Little Claus and Big Claus
But by and by he skinned his dead horse and hung the hide to dry in the wind. Then he crammed the dry skin in a sack, slung it up over his shoulder, and set out to sell it in the nearest town.
It was a long way to go, and he had to pass through a dark, dismal forest. Suddenly a terrible storm came up, and he lost his way. Before he could find it again, evening overtook him. The town was still a long way off, and he had come too far to get back home before night.
Not far from the road he saw a large farmhouse. The shutters were closed, but light showed through a crack at the top of the windows. "Maybe they'll let me spend the night here," Little Claus thought, as he went to the door and knocked.
The farmer's wife opened it, but when she heard what he wanted she told him to go away. She said her husband wasn't home, and she wouldn't have any strangers in the house.
"Then I'll have to sleep outside," Little Claus decided, as she slammed the door in his face.
Near the farmhouse stood a large haystack, leading up to the thatched roof of a shed which lay between it and the house. "That's where I'll sleep," said Little Claus when he noticed the thatch. "It will make a wonderful bed. All I hope is that the stork doesn't fly down and bite my legs." For a stork was actually standing guard on the roof where it had a nest.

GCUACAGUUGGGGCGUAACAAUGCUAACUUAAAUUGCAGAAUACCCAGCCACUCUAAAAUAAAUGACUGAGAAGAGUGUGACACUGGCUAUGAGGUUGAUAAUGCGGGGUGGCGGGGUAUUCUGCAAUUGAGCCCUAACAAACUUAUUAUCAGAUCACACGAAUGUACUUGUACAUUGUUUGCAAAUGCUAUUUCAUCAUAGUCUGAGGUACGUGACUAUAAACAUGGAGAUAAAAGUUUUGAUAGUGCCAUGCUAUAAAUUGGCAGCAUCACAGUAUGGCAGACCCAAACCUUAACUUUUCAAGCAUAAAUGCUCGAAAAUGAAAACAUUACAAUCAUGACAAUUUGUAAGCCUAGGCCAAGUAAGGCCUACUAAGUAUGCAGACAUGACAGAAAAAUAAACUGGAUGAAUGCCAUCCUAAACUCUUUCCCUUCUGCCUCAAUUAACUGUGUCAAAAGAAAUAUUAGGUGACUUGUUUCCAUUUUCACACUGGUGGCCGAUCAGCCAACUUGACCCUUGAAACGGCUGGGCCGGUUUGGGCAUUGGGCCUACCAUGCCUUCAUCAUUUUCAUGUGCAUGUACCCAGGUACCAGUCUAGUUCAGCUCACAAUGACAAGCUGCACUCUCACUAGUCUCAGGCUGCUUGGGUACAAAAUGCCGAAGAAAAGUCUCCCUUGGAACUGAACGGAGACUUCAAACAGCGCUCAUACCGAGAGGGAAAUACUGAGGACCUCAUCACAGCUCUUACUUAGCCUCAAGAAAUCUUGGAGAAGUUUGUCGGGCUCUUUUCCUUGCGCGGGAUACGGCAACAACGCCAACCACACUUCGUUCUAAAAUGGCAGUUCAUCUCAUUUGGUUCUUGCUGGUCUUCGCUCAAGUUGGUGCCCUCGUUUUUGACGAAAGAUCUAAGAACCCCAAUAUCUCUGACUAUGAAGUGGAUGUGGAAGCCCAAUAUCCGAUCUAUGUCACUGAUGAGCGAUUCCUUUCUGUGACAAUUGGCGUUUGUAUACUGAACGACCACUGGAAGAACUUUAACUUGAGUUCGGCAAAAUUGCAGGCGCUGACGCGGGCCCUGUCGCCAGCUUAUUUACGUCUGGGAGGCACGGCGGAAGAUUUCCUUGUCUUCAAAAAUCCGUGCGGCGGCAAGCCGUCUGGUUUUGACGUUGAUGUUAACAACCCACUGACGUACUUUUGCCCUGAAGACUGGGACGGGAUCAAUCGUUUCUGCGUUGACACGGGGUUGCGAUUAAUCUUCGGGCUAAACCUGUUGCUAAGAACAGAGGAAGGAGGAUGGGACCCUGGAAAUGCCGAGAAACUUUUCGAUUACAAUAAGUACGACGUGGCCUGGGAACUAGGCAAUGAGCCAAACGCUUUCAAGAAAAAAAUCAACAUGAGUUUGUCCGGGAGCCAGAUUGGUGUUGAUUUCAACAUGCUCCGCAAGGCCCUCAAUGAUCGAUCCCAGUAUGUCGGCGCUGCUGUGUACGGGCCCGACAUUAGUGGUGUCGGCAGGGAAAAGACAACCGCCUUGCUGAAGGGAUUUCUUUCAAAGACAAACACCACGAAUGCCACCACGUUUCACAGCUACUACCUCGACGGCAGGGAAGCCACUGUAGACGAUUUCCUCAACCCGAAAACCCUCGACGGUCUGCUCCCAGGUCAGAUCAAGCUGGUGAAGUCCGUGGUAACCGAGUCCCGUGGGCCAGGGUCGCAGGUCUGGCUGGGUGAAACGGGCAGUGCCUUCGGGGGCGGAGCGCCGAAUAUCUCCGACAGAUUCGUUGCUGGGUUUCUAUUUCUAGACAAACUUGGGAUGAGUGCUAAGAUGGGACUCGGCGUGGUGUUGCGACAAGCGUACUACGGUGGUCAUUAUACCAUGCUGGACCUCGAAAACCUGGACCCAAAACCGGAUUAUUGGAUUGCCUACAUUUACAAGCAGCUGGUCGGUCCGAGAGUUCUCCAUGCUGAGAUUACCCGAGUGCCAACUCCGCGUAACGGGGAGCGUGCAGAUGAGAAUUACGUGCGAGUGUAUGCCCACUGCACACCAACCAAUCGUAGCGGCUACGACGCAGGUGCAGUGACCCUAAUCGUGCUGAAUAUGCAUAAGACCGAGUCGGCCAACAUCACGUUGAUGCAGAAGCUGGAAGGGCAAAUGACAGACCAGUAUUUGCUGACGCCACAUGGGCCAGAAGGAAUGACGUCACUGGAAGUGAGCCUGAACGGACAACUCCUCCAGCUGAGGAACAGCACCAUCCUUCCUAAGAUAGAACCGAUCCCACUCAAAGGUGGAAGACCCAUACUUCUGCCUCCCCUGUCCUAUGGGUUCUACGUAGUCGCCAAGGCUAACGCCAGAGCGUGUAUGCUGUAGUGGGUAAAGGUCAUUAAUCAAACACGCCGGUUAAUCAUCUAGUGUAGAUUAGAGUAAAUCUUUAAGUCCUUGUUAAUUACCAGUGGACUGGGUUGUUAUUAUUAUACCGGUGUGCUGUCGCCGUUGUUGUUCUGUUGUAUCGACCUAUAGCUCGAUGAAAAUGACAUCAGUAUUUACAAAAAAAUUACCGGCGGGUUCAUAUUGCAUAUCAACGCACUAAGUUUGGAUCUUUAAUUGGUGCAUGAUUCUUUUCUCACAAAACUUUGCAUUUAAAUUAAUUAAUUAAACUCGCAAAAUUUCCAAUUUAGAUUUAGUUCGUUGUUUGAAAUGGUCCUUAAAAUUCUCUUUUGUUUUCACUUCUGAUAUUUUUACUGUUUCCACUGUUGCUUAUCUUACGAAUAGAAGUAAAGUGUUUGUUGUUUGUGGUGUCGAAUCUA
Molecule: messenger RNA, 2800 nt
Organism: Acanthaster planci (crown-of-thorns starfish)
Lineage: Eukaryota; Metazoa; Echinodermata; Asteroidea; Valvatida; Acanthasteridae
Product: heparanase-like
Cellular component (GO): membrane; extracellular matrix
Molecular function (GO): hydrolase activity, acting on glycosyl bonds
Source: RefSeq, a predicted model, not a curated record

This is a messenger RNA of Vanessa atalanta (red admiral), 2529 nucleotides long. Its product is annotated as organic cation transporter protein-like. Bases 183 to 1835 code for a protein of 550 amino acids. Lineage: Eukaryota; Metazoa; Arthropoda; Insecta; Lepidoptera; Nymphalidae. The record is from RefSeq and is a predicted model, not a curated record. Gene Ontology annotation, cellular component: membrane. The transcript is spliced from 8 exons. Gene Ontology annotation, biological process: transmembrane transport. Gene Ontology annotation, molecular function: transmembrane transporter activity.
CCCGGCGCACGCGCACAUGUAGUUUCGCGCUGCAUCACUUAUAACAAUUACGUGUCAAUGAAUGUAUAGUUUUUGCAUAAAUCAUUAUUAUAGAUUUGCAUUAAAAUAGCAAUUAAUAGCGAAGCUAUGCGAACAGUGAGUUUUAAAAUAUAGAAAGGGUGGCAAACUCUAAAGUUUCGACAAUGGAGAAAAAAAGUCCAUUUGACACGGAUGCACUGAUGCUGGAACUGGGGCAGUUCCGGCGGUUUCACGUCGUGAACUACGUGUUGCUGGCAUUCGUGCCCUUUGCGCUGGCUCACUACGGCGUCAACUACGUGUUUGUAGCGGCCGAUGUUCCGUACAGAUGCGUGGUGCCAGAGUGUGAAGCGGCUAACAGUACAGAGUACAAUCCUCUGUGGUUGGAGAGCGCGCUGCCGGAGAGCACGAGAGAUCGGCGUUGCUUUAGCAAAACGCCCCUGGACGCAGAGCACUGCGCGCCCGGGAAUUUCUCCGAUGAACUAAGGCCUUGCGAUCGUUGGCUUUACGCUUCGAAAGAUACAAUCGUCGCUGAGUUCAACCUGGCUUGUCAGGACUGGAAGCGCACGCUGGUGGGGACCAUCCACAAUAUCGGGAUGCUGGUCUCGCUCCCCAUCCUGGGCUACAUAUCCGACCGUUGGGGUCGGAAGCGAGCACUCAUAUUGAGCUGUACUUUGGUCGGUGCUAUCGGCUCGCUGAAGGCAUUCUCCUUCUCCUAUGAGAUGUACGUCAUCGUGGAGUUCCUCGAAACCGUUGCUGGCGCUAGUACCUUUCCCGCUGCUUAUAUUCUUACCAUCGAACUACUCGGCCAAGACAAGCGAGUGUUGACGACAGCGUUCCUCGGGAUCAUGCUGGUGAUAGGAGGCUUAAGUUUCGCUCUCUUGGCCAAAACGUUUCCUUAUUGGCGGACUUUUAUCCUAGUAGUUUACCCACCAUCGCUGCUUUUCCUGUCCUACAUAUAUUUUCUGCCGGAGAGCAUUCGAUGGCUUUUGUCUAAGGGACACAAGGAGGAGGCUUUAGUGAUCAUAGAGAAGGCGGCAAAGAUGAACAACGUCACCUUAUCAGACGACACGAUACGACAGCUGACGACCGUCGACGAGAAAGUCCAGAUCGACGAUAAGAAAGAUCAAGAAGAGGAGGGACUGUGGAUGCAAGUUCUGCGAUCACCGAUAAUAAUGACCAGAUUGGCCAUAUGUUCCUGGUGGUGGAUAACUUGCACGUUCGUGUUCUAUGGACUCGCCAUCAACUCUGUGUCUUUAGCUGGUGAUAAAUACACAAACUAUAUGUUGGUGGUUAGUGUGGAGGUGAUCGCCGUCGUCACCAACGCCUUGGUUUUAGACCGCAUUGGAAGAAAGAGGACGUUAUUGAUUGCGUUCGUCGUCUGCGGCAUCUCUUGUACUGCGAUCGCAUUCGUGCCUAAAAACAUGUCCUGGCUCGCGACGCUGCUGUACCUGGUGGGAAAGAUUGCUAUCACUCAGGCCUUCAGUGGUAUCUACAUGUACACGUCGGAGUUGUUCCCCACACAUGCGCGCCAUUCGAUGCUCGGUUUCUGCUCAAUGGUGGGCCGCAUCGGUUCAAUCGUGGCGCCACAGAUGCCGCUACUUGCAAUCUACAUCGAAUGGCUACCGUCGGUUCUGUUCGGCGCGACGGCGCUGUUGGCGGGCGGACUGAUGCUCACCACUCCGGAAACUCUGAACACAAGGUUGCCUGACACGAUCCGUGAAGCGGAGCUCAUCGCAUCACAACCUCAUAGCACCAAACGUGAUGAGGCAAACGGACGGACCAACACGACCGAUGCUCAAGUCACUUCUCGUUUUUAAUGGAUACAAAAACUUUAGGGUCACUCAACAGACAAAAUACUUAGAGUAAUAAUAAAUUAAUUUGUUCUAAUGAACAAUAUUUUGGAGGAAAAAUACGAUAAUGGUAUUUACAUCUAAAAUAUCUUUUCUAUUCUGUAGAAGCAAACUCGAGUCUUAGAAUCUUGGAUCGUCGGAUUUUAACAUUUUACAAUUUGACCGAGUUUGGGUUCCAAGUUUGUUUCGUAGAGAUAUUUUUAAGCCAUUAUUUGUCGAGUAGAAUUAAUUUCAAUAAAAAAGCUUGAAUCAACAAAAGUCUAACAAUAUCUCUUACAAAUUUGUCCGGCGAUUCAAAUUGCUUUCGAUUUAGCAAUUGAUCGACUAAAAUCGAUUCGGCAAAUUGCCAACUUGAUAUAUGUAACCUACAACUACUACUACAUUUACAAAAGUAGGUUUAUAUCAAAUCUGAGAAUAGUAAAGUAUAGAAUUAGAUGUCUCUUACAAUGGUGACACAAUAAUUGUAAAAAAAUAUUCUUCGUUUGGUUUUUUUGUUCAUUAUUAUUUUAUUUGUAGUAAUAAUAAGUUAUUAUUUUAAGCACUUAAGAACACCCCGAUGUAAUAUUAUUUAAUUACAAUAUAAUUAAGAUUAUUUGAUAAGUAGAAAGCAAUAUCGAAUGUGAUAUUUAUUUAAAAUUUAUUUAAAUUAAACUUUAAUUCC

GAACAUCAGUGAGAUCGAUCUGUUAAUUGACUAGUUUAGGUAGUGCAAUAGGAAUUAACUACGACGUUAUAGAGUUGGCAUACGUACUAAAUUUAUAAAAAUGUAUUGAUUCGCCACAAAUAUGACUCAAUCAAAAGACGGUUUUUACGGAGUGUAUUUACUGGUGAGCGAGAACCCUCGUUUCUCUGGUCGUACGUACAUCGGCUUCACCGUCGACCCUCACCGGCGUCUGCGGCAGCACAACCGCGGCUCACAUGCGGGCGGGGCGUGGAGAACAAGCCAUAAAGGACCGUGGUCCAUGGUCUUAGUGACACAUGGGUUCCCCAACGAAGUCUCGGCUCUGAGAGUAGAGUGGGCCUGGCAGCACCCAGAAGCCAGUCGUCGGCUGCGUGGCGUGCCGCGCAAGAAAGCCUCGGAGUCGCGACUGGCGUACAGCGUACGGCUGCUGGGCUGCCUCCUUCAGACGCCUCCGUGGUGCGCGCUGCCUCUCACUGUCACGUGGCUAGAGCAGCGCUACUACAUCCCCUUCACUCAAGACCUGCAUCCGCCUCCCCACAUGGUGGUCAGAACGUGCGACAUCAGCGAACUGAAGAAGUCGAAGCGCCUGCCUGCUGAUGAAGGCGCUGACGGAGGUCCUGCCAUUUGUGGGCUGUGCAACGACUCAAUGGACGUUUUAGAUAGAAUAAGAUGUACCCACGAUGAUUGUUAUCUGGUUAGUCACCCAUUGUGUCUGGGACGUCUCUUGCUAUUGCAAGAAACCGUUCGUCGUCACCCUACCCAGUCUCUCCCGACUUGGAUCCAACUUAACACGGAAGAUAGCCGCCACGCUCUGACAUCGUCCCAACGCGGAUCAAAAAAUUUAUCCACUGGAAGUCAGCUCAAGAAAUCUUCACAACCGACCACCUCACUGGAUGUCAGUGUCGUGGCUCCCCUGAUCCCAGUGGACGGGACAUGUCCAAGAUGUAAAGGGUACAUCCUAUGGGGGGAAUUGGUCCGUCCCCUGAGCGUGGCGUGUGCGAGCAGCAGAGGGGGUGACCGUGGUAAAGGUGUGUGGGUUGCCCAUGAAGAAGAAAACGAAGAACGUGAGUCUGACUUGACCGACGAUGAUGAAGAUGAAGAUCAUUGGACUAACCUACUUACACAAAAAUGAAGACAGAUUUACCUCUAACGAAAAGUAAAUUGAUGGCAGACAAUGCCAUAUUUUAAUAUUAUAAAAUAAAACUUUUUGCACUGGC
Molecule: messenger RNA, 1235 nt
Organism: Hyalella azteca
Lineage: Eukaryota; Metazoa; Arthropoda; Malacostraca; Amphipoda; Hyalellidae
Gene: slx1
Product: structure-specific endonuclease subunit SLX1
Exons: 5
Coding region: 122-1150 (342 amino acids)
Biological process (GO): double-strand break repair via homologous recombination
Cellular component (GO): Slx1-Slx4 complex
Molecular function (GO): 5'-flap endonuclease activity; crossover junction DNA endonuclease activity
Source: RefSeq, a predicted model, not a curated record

So Little Claus climbed to the roof of the shed. As he turned over to make himself comfortable, he discovered that the farmhouse shutters didn't come quite to the top of the windows, and he could see over them. He could see into a room where a big table was spread with wine and roast meat and a delicious fish. The farmer's wife and the sexton were sitting there at the table, all by themselves. She kept helping him to wine, and he kept helping himself to fish. He must have loved fish.
"Oh, if only I could have some too," thought Little Claus. By craning his neck toward the window he caught sight of a great, appetizing cake. Why, they were feasting in there!